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Confessions of a Divorced Dad: Robin Williams Helped Me Be A Better Father

Aug 18, 2014 05:19AM ● By Bill Gilman
Someday, I'll tell my grandchildren about Mrs. Euphegenia Doubtfire.
I'll tell them how she made me laugh and how she made be cry.
And I'll explain how she taught me how to be a better dad.
Euphegenia Doubtfire, of course, was the alter-ego of Daniel Hillard in the film "Mrs. Doubtfire." Hillard, recently divorced and limited to weekend visitations with his children, takes on the persona of the elderly nanny in order to spend more time with his three kids.
Hillard/Mrs. Doubtfire proved to be a defining role for the late Robin Williams. Not only did he have the chance to show off his legendary improv riffs and physical comedy, he also injected genuine pathos into the role of Hillard, a man who realized, too late, the he took his role of husband and father for granted. And while his marriage was past the point of saving, he committed to pull out all the stops to be a a full-time dad.
By the time the movie hit theaters, in November 1993, my first marriage was in trouble. Our second son had been born that summer and our oldest was two. We did well as parents but as a couple we were breaking down gradually.
My wife and I ultimately separated two years later and, like Williams' Daniel Hillard character, I found that the loss of my children was hitting me harder than the loss of my wife. In hindsight it makes perfect sense. While you may have anger toward your spouse, you likely don't have such animosity toward your children, so there is no wall behind which the pain can hide.
And like Daniel Hillard, the anxiety and stress of the situation led to me losing my job just a few months later.
I rented "Mrs. Doubtfire" shortly after that and watched it twice in two days.
The first time, I had been drinking and the self-pity poured out in waves. Not an especially productive use of my time.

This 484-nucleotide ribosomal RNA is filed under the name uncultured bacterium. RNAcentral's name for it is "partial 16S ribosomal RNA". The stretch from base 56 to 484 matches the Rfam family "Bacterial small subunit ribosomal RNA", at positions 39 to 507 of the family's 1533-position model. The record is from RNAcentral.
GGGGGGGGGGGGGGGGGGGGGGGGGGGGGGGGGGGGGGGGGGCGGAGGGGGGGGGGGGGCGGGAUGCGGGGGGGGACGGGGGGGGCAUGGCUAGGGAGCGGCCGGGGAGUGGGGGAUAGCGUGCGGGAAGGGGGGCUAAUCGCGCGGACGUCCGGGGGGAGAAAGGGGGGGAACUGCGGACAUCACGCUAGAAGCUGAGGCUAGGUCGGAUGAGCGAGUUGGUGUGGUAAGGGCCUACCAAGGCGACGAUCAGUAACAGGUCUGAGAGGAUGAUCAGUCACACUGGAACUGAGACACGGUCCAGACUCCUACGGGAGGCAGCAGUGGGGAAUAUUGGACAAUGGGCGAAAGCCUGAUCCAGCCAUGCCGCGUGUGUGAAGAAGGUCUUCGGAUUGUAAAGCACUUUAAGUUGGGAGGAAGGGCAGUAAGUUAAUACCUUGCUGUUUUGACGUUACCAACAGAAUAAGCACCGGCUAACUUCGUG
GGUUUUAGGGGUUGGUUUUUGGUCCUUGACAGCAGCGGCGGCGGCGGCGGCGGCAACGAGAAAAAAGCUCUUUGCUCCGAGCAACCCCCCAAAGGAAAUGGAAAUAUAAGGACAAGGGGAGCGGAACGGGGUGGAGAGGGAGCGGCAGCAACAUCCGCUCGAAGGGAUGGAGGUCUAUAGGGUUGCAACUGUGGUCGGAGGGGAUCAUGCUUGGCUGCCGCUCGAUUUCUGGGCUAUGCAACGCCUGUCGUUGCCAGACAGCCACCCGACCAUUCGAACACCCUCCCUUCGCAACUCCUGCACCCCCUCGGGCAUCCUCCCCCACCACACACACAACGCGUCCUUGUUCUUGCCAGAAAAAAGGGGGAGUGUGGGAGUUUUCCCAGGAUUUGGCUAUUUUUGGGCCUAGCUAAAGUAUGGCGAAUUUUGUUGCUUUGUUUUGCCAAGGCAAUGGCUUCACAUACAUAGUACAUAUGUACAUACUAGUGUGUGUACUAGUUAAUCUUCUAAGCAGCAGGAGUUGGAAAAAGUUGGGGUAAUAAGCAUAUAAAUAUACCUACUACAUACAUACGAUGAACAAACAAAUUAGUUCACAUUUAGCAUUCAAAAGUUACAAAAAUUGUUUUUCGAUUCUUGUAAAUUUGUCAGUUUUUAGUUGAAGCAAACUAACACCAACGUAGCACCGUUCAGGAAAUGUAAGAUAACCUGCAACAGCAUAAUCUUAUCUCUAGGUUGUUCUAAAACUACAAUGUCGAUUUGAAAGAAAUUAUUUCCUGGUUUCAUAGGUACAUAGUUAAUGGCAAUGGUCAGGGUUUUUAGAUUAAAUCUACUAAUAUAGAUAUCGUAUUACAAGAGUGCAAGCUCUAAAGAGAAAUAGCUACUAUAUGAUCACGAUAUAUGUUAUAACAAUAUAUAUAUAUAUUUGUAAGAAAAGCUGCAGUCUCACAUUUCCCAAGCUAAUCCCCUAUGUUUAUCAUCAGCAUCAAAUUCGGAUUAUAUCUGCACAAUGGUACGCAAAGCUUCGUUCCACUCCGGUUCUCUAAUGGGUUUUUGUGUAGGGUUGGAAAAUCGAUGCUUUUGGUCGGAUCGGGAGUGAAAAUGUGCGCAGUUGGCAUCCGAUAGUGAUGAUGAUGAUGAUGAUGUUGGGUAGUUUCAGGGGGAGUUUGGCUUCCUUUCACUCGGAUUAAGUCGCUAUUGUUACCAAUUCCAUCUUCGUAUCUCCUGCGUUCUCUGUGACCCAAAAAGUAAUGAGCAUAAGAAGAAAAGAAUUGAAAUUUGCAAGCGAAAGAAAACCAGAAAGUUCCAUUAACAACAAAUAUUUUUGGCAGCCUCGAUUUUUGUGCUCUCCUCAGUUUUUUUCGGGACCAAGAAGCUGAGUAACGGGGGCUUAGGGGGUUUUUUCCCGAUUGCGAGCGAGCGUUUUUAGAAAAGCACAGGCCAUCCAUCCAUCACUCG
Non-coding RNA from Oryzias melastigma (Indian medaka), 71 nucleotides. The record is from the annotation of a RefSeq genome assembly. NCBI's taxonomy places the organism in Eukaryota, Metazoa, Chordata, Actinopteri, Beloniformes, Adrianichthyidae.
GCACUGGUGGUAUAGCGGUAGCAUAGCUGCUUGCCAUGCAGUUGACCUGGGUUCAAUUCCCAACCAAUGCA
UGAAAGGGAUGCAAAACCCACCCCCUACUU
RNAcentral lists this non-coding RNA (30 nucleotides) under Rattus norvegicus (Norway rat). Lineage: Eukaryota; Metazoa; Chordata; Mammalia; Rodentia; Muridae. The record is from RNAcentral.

The next day I watched it again, sober. Once again, the tears flowed when I saw the pain in Williams' eyes as he dropped his kids back at their mother's house after a visit. But this time, I also paid close attention to Williams' look of determination, as he hatched his plan to get hired by his ex-wife to be the kids' nanny. And his look of utter adoration as he interacted with each one.
Daniel Hillard made a commitment to spend every moment he possibly could with his children, so that he could be as positive an influence on their lives as possible and so that they would know how much they were loved.
I made that same commitment. No, I wasn't tempted to don a gray wig, support hose and sensible shoes but I did start to brainstorm ways of spending every moment I could with my boys and being as involved in their lives as possible.
From nightly "goodnight" phone calls, often with bedtime stories, to help providing rides to school or activities, to attending soccer games and cub scout meetings to being available to help with homework any night of the week.
Through his portrayal of Hillard/Mrs. Doubtfire, Robin Williams taught me that you can't take your children for granted. But more importantly, he taught me not to let anyone define your role as a father except you and your children. Love them. Encourage them. Make sure they know they are cherished. And spend every moment you can with them.
Thank you Robin, for the laughs and the lessons.
Rest peacefully, Mrs. Doubtfire.

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